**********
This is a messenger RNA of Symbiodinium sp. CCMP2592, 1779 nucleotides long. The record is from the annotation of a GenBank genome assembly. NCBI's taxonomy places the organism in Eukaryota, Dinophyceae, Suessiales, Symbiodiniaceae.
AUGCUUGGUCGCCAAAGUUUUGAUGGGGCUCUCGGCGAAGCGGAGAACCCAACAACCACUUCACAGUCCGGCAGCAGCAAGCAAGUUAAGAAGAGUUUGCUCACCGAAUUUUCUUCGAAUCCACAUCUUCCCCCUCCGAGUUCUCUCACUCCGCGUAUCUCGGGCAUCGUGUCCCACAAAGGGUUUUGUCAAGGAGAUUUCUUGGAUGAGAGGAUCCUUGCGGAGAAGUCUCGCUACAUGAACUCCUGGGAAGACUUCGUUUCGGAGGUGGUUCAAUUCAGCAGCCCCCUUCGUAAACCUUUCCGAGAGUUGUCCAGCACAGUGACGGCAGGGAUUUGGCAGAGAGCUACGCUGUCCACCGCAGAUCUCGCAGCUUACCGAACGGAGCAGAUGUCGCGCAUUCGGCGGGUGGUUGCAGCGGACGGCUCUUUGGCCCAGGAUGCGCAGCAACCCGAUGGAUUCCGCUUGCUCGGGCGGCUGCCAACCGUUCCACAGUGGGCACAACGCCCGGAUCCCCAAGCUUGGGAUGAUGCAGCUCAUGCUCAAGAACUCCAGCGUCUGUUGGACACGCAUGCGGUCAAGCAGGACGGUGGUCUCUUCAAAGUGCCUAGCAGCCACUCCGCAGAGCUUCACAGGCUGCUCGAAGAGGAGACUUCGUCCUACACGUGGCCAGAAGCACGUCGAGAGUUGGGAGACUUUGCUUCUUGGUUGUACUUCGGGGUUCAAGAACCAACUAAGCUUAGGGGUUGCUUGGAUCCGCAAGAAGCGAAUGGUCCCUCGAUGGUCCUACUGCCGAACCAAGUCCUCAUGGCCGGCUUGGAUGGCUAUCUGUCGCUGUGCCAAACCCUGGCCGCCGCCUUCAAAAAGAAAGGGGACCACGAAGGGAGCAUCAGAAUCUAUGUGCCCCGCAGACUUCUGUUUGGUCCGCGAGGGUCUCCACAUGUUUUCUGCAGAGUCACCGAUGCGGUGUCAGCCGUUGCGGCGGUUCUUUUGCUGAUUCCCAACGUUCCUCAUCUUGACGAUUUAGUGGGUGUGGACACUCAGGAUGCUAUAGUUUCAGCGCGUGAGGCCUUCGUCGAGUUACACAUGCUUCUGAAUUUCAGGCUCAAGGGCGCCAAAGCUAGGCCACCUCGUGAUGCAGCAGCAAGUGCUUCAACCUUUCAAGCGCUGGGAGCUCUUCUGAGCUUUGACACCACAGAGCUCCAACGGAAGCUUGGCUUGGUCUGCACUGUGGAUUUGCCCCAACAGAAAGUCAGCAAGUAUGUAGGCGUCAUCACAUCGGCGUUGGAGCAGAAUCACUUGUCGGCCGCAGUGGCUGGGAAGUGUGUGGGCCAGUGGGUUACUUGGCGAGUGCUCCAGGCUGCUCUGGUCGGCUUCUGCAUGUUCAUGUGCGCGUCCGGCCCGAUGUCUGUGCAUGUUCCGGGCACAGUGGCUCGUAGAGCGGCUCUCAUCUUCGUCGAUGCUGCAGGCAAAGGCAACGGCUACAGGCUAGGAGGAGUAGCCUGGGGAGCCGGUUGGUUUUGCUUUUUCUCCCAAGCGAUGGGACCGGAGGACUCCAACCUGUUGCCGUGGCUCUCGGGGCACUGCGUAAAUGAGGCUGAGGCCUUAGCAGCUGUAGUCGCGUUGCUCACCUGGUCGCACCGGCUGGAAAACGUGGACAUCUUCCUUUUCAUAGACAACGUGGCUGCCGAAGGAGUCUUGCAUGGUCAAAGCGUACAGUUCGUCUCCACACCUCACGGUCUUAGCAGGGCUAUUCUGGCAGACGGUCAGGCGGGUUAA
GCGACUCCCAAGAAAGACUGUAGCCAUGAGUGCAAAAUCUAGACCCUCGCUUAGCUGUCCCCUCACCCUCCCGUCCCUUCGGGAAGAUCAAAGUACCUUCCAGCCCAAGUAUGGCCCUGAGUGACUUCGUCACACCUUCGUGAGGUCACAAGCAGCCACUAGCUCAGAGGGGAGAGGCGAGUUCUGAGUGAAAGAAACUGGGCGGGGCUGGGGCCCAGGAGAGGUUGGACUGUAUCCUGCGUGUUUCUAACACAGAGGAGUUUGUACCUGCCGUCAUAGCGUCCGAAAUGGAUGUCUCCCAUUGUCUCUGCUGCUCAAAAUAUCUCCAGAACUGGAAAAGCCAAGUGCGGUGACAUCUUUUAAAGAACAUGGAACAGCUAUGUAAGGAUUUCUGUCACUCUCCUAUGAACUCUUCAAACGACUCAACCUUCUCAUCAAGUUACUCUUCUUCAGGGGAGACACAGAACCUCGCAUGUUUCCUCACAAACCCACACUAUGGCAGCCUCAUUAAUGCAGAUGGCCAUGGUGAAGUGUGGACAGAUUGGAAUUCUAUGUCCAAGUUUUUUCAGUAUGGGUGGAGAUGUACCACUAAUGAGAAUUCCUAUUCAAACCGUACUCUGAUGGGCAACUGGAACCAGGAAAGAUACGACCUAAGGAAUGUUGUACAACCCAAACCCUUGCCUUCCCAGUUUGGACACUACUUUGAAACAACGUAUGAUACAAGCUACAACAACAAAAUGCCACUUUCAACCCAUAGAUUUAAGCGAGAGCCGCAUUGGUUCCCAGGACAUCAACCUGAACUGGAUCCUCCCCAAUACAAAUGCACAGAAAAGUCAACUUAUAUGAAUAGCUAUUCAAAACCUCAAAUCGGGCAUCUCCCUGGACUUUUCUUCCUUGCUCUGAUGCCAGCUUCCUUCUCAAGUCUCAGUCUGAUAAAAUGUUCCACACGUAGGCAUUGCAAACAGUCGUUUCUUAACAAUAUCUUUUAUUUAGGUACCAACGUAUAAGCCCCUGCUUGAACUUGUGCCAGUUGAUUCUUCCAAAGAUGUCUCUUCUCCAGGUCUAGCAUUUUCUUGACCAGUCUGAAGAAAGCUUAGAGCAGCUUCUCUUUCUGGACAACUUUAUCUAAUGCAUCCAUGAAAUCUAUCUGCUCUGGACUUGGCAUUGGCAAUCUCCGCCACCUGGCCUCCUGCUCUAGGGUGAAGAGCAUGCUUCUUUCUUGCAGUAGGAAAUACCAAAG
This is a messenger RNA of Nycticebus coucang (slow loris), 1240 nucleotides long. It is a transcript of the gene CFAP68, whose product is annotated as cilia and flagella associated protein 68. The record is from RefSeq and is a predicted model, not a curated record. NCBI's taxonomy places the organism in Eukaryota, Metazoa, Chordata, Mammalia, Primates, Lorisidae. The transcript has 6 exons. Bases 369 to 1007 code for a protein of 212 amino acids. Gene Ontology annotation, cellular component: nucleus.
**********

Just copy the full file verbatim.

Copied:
This is a messenger RNA of Symbiodinium sp. CCMP2592, 1779 nucleotides long. The record is from the annotation of a GenBank genome assembly. NCBI's taxonomy places the organism in Eukaryota, Dinophyceae, Suessiales, Symbiodiniaceae.
AUGCUUGGUCGCCAAAGUUUUGAUGGGGCUCUCGGCGAAGCGGAGAACCCAACAACCACUUCACAGUCCGGCAGCAGCAAGCAAGUUAAGAAGAGUUUGCUCACCGAAUUUUCUUCGAAUCCACAUCUUCCCCCUCCGAGUUCUCUCACUCCGCGUAUCUCGGGCAUCGUGUCCCACAAAGGGUUUUGUCAAGGAGAUUUCUUGGAUGAGAGGAUCCUUGCGGAGAAGUCUCGCUACAUGAACUCCUGGGAAGACUUCGUUUCGGAGGUGGUUCAAUUCAGCAGCCCCCUUCGUAAACCUUUCCGAGAGUUGUCCAGCACAGUGACGGCAGGGAUUUGGCAGAGAGCUACGCUGUCCACCGCAGAUCUCGCAGCUUACCGAACGGAGCAGAUGUCGCGCAUUCGGCGGGUGGUUGCAGCGGACGGCUCUUUGGCCCAGGAUGCGCAGCAACCCGAUGGAUUCCGCUUGCUCGGGCGGCUGCCAACCGUUCCACAGUGGGCACAACGCCCGGAUCCCCAAGCUUGGGAUGAUGCAGCUCAUGCUCAAGAACUCCAGCGUCUGUUGGACACGCAUGCGGUCAAGCAGGACGGUGGUCUCUUCAAAGUGCCUAGCAGCCACUCCGCAGAGCUUCACAGGCUGCUCGAAGAGGAGACUUCGUCCUACACGUGGCCAGAAGCACGUCGAGAGUUGGGAGACUUUGCUUCUUGGUUGUACUUCGGGGUUCAAGAACCAACUAAGCUUAGGGGUUGCUUGGAUCCGCAAGAAGCGAAUGGUCCCUCGAUGGUCCUACUGCCGAACCAAGUCCUCAUGGCCGGCUUGGAUGGCUAUCUGUCGCUGUGCCAAACCCUGGCCGCCGCCUUCAAAAAGAAAGGGGACCACGAAGGGAGCAUCAGAAUCUAUGUGCCCCGCAGACUUCUGUUUGGUCCGCGAGGGUCUCCACAUGUUUUCUGCAGAGUCACCGAUGCGGUGUCAGCCGUUGCGGCGGUUCUUUUGCUGAUUCCCAACGUUCCUCAUCUUGACGAUUUAGUGGGUGUGGACACUCAGGAUGCUAUAGUUUCAGCGCGUGAGGCCUUCGUCGAGUUACACAUGCUUCUGAAUUUCAGGCUCAAGGGCGCCAAAGCUAGGCCACCUCGUGAUGCAGCAGCAAGUGCUUCAACCUUUCAAGCGCUGGGAGCUCUUCUGAGCUUUGACACCACAGAGCUCCAACGGAAGCUUGGCUUGGUCUGCACUGUGGAUUUGCCCCAACAGAAAGUCAGCAAGUAUGUAGGCGUCAUCACAUCGGCGUUGGAGCAGAAUCACUUGUCGGCCGCAGUGGCUGGGAAGUGUGUGGGCCAGUGGGUUACUUGGCGAGUGCUCCAGGCUGCUCUGGUCGGCUUCUGCAUGUUCAUGUGCGCGUCCGGCCCGAUGUCUGUGCAUGUUCCGGGCACAGUGGCUCGUAGAGCGGCUCUCAUCUUCGUCGAUGCUGCAGGCAAAGGCAACGGCUACAGGCUAGGAGGAGUAGCCUGGGGAGCCGGUUGGUUUUGCUUUUUCUCCCAAGCGAUGGGACCGGAGGACUCCAACCUGUUGCCGUGGCUCUCGGGGCACUGCGUAAAUGAGGCUGAGGCCUUAGCAGCUGUAGUCGCGUUGCUCACCUGGUCGCACCGGCUGGAAAACGUGGACAUCUUCCUUUUCAUAGACAACGUGGCUGCCGAAGGAGUCUUGCAUGGUCAAAGCGUACAGUUCGUCUCCACACCUCACGGUCUUAGCAGGGCUAUUCUGGCAGACGGUCAGGCGGGUUAA
GCGACUCCCAAGAAAGACUGUAGCCAUGAGUGCAAAAUCUAGACCCUCGCUUAGCUGUCCCCUCACCCUCCCGUCCCUUCGGGAAGAUCAAAGUACCUUCCAGCCCAAGUAUGGCCCUGAGUGACUUCGUCACACCUUCGUGAGGUCACAAGCAGCCACUAGCUCAGAGGGGAGAGGCGAGUUCUGAGUGAAAGAAACUGGGCGGGGCUGGGGCCCAGGAGAGGUUGGACUGUAUCCUGCGUGUUUCUAACACAGAGGAGUUUGUACCUGCCGUCAUAGCGUCCGAAAUGGAUGUCUCCCAUUGUCUCUGCUGCUCAAAAUAUCUCCAGAACUGGAAAAGCCAAGUGCGGUGACAUCUUUUAAAGAACAUGGAACAGCUAUGUAAGGAUUUCUGUCACUCUCCUAUGAACUCUUCAAACGACUCAACCUUCUCAUCAAGUUACUCUUCUUCAGGGGAGACACAGAACCUCGCAUGUUUCCUCACAAACCCACACUAUGGCAGCCUCAUUAAUGCAGAUGGCCAUGGUGAAGUGUGGACAGAUUGGAAUUCUAUGUCCAAGUUUUUUCAGUAUGGGUGGAGAUGUACCACUAAUGAGAAUUCCUAUUCAAACCGUACUCUGAUGGGCAACUGGAACCAGGAAAGAUACGACCUAAGGAAUGUUGUACAACCCAAACCCUUGCCUUCCCAGUUUGGACACUACUUUGAAACAACGUAUGAUACAAGCUACAACAACAAAAUGCCACUUUCAACCCAUAGAUUUAAGCGAGAGCCGCAUUGGUUCCCAGGACAUCAACCUGAACUGGAUCCUCCCCAAUACAAAUGCACAGAAAAGUCAACUUAUAUGAAUAGCUAUUCAAAACCUCAAAUCGGGCAUCUCCCUGGACUUUUCUUCCUUGCUCUGAUGCCAGCUUCCUUCUCAAGUCUCAGUCUGAUAAAAUGUUCCACACGUAGGCAUUGCAAACAGUCGUUUCUUAACAAUAUCUUUUAUUUAGGUACCAACGUAUAAGCCCCUGCUUGAACUUGUGCCAGUUGAUUCUUCCAAAGAUGUCUCUUCUCCAGGUCUAGCAUUUUCUUGACCAGUCUGAAGAAAGCUUAGAGCAGCUUCUCUUUCUGGACAACUUUAUCUAAUGCAUCCAUGAAAUCUAUCUGCUCUGGACUUGGCAUUGGCAAUCUCCGCCACCUGGCCUCCUGCUCUAGGGUGAAGAGCAUGCUUCUUUCUUGCAGUAGGAAAUACCAAAG
This is a messenger RNA of Nycticebus coucang (slow loris), 1240 nucleotides long. It is a transcript of the gene CFAP68, whose product is annotated as cilia and flagella associated protein 68. The record is from RefSeq and is a predicted model, not a curated record. NCBI's taxonomy places the organism in Eukaryota, Metazoa, Chordata, Mammalia, Primates, Lorisidae. The transcript has 6 exons. Bases 369 to 1007 code for a protein of 212 amino acids. Gene Ontology annotation, cellular component: nucleus.